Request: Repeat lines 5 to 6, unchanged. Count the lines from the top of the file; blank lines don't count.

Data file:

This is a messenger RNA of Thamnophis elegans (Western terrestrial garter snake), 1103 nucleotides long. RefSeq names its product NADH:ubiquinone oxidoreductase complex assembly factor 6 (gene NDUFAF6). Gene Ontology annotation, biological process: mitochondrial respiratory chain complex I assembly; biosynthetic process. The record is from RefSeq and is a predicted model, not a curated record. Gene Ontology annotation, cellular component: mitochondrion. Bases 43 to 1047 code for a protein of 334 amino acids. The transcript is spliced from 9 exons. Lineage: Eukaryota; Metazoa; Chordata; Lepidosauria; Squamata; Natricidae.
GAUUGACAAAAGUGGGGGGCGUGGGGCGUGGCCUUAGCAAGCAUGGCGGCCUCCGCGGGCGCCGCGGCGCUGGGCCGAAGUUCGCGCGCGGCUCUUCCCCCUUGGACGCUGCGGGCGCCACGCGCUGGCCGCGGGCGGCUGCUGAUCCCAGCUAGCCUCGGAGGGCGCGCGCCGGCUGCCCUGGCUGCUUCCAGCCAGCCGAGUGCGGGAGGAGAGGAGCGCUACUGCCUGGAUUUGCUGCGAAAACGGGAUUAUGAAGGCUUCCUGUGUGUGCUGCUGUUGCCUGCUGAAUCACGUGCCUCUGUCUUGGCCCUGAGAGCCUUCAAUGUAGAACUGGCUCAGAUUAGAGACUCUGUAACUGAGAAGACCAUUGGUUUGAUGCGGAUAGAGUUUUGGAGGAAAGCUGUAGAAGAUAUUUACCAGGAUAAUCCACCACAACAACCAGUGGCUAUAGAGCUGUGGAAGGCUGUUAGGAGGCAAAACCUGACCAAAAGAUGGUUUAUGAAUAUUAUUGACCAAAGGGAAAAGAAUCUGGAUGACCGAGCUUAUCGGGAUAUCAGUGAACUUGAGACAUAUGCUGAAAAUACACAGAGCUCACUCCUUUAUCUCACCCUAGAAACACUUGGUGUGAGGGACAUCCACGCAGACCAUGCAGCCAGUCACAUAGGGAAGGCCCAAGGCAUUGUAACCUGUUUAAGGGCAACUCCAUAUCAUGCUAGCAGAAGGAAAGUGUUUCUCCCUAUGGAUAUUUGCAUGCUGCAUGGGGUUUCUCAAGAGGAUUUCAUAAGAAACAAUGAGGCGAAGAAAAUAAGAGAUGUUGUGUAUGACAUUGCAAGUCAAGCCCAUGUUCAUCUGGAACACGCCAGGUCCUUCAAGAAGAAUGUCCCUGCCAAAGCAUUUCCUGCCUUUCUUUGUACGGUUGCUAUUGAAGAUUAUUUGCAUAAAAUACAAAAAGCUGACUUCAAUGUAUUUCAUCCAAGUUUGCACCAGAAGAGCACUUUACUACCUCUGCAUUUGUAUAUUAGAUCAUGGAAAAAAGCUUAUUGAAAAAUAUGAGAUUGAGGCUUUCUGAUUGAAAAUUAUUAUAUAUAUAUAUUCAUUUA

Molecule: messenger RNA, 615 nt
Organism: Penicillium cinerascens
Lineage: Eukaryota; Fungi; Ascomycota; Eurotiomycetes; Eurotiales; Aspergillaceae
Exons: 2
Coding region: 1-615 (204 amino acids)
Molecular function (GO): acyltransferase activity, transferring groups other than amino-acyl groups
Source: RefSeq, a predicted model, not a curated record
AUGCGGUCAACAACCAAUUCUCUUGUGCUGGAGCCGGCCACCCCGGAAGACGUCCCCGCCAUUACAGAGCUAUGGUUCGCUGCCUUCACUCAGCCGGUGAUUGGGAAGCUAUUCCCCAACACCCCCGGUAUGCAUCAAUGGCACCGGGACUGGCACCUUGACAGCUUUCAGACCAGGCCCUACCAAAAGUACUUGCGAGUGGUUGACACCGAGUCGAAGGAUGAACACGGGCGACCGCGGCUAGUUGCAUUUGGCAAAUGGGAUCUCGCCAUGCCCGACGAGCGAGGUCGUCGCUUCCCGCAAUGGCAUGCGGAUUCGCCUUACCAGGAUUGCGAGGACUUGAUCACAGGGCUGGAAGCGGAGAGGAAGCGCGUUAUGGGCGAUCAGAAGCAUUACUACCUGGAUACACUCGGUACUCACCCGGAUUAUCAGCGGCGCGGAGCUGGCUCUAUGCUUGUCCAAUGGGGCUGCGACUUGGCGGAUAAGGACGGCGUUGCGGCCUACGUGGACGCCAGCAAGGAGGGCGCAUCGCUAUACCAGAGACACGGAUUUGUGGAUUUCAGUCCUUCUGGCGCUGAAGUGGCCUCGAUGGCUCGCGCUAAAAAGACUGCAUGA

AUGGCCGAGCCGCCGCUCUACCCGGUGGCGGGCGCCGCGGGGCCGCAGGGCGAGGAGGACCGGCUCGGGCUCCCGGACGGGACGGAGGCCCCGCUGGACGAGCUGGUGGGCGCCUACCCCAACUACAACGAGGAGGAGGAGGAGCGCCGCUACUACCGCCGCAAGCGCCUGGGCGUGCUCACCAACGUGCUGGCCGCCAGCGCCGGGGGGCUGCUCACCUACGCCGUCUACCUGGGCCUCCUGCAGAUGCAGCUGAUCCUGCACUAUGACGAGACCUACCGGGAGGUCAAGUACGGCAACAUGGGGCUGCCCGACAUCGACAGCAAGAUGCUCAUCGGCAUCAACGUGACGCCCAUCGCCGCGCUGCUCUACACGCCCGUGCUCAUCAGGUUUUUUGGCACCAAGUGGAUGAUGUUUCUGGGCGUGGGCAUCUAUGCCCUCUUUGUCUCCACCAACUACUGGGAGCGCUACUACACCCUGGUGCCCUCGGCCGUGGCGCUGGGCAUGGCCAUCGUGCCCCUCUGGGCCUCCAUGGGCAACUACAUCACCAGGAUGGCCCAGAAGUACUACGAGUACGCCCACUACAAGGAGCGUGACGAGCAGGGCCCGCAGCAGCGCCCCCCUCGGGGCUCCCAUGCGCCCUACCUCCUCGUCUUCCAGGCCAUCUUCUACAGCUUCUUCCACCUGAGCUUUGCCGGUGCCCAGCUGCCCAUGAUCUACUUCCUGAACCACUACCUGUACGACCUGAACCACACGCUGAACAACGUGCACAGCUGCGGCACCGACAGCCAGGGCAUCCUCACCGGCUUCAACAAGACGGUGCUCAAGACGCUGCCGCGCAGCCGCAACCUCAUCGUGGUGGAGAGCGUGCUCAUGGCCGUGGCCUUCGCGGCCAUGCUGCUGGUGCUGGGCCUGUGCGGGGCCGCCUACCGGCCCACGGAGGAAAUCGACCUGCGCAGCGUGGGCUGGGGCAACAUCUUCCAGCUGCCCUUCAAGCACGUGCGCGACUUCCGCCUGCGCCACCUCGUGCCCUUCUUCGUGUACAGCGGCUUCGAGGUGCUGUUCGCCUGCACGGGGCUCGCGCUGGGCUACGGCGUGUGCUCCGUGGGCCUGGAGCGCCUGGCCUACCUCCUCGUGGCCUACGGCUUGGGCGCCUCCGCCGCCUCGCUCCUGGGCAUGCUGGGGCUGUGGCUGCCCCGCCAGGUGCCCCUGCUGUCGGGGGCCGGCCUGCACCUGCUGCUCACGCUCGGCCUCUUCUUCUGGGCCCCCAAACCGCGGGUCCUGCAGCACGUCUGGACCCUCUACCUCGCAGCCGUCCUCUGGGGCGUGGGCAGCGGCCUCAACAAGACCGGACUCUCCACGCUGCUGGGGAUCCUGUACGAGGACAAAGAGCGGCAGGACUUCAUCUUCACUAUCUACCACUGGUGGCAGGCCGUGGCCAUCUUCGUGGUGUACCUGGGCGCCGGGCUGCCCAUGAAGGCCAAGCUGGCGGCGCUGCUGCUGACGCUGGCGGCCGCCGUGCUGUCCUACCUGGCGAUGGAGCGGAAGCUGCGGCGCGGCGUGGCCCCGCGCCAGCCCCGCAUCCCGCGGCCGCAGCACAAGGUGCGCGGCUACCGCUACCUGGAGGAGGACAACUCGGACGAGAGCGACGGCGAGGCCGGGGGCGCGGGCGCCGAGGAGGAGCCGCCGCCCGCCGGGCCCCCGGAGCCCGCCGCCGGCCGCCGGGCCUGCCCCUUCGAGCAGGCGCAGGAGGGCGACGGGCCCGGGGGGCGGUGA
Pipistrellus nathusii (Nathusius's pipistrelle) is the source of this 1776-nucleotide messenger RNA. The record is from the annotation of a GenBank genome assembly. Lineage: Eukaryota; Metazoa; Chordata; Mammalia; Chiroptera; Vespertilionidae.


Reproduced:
Lineage: Eukaryota; Fungi; Ascomycota; Eurotiomycetes; Eurotiales; Aspergillaceae
Exons: 2